Obviously, these “unexplored worlds” cannot belong to any one man, and one cannot clown around, creating absolutely anything he wants. (Blok was quite familiar with the temptation to play the fool in such a way.)
Creation must originate in emptiness. As Zinaida Gippius liked to say, “The most important things are the ones that no one knows anything about.” “And really, what can we understand, with our puny little heads?” asks a random pastor in one of Rozanov’s works.
Ivanov’s words exemplified the spirit of the age: “Peek out at modernity from between your fingers, and keep silent about the most important things.” It is a reminiscence, if not a direct quote dating back to Vladimir Soloviev, one of the Silver age’s most decisive authorities. Fiodor Stepun wrote of Ivanov, this “most melancholy” Russian philosopher, “He kept a cryptic silence about the most important thing for his entire life.” 
Similarly, another well-known line of Ivanov’s -- ”I create useless masterpieces out of empty air” -- fondly paraphrases Lev Shestov in his essay about Chekhov, “Creation from Nothingness.”
The presence of Russian nihilism in all of this cannot be denied. In this case it reflects a deep underlying sense of apophatism, for “nothingness” can also be the poet’s creative source. Perhaps it is even the original source, without which poetry would be impossible. Regarding his views on poetic work, Georgii Ivanov wrote “I see the phrase itself arising from some original source. This is a rare quality, and of substantive importance to our brother.” 
Georgii Chulkov’s teachings about “mystical anarchism” critically influenced this nihilism among the artists of the Silver age, according to one modern philosopher.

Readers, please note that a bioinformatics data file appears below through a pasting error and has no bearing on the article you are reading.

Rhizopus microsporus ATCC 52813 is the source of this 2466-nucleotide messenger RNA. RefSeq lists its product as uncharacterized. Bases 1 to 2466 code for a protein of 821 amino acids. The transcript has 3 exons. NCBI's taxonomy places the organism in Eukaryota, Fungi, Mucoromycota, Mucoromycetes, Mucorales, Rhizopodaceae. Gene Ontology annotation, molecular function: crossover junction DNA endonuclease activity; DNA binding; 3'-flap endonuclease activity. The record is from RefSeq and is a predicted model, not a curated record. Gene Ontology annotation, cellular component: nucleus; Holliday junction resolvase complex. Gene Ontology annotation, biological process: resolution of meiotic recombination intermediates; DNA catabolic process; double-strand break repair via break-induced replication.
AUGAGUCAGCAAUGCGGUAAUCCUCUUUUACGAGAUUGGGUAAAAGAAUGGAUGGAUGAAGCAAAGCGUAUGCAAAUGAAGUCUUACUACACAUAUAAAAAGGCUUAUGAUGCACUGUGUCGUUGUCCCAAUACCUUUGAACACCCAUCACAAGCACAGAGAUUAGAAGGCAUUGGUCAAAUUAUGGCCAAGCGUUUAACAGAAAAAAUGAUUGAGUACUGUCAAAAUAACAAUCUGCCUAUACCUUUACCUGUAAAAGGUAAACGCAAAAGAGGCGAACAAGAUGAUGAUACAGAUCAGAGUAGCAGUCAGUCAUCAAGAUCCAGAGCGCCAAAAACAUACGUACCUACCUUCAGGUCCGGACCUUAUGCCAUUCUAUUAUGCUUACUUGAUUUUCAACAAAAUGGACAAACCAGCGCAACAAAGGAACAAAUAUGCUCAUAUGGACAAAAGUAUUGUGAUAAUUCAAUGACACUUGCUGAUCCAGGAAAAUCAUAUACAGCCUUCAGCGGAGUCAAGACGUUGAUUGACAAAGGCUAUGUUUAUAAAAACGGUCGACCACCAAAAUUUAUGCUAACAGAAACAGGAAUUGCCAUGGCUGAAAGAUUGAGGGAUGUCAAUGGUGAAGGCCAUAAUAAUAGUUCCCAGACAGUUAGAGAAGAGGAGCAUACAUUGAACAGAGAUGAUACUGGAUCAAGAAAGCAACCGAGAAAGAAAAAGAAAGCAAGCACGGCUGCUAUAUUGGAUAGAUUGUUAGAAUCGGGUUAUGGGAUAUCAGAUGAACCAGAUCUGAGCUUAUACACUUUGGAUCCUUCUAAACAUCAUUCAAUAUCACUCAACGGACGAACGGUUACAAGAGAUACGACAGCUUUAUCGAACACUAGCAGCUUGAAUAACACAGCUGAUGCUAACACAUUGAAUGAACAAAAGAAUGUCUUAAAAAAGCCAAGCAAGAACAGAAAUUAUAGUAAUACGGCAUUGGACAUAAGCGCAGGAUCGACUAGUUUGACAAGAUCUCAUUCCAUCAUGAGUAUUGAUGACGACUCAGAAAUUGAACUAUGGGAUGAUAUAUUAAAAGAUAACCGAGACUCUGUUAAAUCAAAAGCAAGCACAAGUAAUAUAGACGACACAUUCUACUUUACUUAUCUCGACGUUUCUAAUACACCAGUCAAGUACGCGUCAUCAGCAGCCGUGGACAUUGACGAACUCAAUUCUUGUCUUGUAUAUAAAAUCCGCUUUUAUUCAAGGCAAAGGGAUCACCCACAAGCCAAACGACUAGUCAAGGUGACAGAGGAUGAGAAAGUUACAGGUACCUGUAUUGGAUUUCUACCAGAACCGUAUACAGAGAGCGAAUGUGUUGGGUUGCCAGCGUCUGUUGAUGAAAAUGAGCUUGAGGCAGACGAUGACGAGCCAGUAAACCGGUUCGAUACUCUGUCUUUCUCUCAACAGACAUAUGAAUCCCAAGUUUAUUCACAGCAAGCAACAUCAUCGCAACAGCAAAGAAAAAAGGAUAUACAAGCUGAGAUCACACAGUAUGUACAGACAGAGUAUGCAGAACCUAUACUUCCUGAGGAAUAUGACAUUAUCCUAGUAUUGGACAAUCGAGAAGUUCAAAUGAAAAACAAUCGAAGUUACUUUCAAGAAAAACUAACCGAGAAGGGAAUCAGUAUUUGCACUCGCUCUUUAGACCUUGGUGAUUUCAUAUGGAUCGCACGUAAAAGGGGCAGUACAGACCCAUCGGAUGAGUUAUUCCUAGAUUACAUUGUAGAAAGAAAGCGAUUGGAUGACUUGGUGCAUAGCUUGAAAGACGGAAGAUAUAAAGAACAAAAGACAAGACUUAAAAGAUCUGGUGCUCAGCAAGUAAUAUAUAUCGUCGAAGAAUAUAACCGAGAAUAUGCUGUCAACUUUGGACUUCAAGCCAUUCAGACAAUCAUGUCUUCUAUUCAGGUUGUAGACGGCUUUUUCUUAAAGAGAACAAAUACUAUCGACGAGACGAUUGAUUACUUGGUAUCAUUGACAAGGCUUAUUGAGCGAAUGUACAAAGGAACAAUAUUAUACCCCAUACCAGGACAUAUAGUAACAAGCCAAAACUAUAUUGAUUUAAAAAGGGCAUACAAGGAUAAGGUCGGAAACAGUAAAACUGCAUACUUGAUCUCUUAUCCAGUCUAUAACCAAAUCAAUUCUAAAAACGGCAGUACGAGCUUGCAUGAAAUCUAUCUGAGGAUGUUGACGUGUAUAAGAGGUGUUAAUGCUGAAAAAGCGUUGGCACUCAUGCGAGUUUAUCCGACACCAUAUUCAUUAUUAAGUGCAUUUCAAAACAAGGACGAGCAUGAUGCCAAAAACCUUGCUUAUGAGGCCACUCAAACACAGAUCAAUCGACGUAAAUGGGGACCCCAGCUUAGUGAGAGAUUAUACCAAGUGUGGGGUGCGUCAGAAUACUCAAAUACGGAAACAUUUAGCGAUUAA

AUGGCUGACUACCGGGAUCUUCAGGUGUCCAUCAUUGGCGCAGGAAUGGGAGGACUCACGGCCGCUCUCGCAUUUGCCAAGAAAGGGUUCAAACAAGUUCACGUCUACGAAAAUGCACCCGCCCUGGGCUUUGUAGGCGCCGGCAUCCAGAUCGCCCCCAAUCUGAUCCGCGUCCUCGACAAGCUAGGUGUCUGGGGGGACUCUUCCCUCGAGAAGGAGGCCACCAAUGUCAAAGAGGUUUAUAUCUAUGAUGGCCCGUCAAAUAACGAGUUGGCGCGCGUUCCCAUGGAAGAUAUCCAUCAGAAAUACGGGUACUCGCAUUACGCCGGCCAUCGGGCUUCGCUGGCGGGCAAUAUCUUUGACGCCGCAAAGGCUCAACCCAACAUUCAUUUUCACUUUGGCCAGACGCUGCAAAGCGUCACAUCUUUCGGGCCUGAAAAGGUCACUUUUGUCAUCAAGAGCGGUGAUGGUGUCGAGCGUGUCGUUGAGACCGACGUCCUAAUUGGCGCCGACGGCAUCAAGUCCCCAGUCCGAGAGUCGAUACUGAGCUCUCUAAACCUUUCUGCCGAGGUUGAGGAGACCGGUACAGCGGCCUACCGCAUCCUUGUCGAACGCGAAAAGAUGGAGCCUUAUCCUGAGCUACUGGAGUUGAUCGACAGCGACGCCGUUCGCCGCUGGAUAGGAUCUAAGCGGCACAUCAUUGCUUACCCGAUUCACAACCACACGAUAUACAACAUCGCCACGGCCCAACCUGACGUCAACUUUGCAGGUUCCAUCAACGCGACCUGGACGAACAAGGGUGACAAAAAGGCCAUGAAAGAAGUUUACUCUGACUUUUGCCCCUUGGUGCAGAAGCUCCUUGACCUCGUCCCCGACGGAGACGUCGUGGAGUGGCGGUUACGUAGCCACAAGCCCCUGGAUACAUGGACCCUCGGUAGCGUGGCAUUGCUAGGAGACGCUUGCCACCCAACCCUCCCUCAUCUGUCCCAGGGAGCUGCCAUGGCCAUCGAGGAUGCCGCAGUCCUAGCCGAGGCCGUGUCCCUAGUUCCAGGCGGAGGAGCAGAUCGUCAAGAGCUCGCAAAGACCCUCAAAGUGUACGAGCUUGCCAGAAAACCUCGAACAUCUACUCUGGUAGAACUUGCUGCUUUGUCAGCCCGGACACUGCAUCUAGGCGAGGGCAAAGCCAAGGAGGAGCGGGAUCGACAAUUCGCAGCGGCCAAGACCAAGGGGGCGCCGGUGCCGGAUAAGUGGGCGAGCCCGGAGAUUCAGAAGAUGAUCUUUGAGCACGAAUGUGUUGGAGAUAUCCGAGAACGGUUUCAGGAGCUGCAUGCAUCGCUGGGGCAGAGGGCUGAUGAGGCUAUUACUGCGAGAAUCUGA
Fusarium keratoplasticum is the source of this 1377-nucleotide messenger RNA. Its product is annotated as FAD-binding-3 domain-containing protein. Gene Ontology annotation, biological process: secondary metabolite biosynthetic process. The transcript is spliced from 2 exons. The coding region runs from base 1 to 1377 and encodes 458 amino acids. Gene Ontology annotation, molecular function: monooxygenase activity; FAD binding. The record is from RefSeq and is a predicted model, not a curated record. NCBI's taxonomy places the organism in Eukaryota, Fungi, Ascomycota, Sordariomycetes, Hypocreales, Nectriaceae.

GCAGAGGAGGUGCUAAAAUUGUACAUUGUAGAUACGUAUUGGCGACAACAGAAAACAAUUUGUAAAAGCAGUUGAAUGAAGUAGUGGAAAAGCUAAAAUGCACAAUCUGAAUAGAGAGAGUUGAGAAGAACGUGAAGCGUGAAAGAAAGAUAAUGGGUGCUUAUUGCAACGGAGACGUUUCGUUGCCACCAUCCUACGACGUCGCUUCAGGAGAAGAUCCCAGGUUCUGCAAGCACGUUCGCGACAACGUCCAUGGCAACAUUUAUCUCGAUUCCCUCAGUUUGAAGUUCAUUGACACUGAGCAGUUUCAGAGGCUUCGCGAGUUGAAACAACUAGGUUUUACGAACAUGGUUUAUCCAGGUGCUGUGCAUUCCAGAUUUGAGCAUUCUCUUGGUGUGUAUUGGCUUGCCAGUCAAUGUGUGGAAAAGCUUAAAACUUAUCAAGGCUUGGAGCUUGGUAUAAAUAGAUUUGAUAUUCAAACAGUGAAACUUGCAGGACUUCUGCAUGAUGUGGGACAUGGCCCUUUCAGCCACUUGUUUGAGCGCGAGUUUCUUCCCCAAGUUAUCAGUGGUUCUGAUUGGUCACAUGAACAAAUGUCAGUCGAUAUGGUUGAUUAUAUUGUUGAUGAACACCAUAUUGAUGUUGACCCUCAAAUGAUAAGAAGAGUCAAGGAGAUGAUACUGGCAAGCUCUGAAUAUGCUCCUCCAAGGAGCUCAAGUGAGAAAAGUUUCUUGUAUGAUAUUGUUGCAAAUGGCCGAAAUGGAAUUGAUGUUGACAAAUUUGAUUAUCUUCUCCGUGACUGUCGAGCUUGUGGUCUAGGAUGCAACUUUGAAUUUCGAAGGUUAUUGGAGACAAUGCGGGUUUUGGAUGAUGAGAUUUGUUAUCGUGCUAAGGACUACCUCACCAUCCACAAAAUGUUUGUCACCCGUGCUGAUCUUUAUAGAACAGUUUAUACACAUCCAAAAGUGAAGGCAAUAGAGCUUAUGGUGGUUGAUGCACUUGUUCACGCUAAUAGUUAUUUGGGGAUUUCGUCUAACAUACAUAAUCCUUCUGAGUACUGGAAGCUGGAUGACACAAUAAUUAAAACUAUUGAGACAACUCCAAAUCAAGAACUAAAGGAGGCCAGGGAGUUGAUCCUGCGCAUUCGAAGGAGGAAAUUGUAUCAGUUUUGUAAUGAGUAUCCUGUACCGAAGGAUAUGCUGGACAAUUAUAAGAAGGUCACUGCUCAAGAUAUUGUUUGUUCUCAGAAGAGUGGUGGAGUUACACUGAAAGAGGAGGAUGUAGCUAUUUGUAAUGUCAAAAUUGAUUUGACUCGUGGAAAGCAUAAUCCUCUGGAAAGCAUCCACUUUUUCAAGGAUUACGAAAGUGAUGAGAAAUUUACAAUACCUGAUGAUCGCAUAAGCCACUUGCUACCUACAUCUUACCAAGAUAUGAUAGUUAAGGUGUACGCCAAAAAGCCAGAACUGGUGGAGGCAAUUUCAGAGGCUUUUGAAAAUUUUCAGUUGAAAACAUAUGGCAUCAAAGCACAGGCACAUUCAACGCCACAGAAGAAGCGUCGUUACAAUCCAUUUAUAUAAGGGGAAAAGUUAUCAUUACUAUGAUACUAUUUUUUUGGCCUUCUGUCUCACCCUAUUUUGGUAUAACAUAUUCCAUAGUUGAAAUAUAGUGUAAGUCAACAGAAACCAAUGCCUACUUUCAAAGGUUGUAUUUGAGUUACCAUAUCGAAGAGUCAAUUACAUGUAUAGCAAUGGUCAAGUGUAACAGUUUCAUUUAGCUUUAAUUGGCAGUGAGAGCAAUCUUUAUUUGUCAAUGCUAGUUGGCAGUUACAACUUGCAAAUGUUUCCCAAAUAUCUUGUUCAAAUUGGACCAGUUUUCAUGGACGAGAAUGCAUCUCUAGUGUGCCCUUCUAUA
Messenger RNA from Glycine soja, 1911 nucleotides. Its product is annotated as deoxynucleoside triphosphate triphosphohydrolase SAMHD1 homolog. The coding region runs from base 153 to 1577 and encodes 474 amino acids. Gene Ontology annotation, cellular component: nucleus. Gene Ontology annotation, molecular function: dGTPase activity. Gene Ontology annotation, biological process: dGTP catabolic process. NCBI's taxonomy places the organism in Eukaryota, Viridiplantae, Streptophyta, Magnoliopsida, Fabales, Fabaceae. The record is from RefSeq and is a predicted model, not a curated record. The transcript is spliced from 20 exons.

And yet somehow it is not surprising that the “mystical anarchist” Georgii Chulkov eventually developed in the direction of the Orthodox faith, or that the despairing poet Georgii Ivanov later wrote of the “eternal light.” The gap between Russian nihilism and Russian apophatism is narrow.  To paraphrase Igor Smirnov’s paraphrase of Dostoyevsky, Georgii Ivanov might be called “a nihilist in the loftiest sense of the word.”  There is no limit to negative judgments simply because there are no words which might adequately express intuitions about God.
In the meantime, let us continue to examine Blok: “The violet dusk dissipates, and the empty plain comes into view . . . a soul hollowed out by frivolity. An empty, distant plain, and above it -- the final warning -- a shooting star.” 
Blok leaves his most important theme open-ended: “The reality which I have described is the only one that gives life meaning, meaning to the world and to art. Either those worlds exist, or they don’t.” 
“Either those worlds exist, or they don’t” -- here we have the original apophatic-nihilist expression of the entire Russian Silver age.
Among representatives of Silver age culture, the intuitive knowledge of “transcendental goals” originates in their dramatic dissent from the premises of “immanent reason.” The latter honors the epoch’s “collective unconscious,” while the former can never agree with the “world’s gibberish,” which will not be removed and neutralized by any kind of transformation. The creator’s lot becomes self-immolation on the “unquenchable fire of unimaginable love” (Mayakovsky); yet not a day will pass that he does not laugh and admit that everything is but a “farce,” and that “cranberry juice” flows through his veins instead of blood (Blok). Here it takes but a single step to pass from self-immolation to self-parody. Parody does, in fact, reflect self-immolation, the closed circle which has no exit from the outset.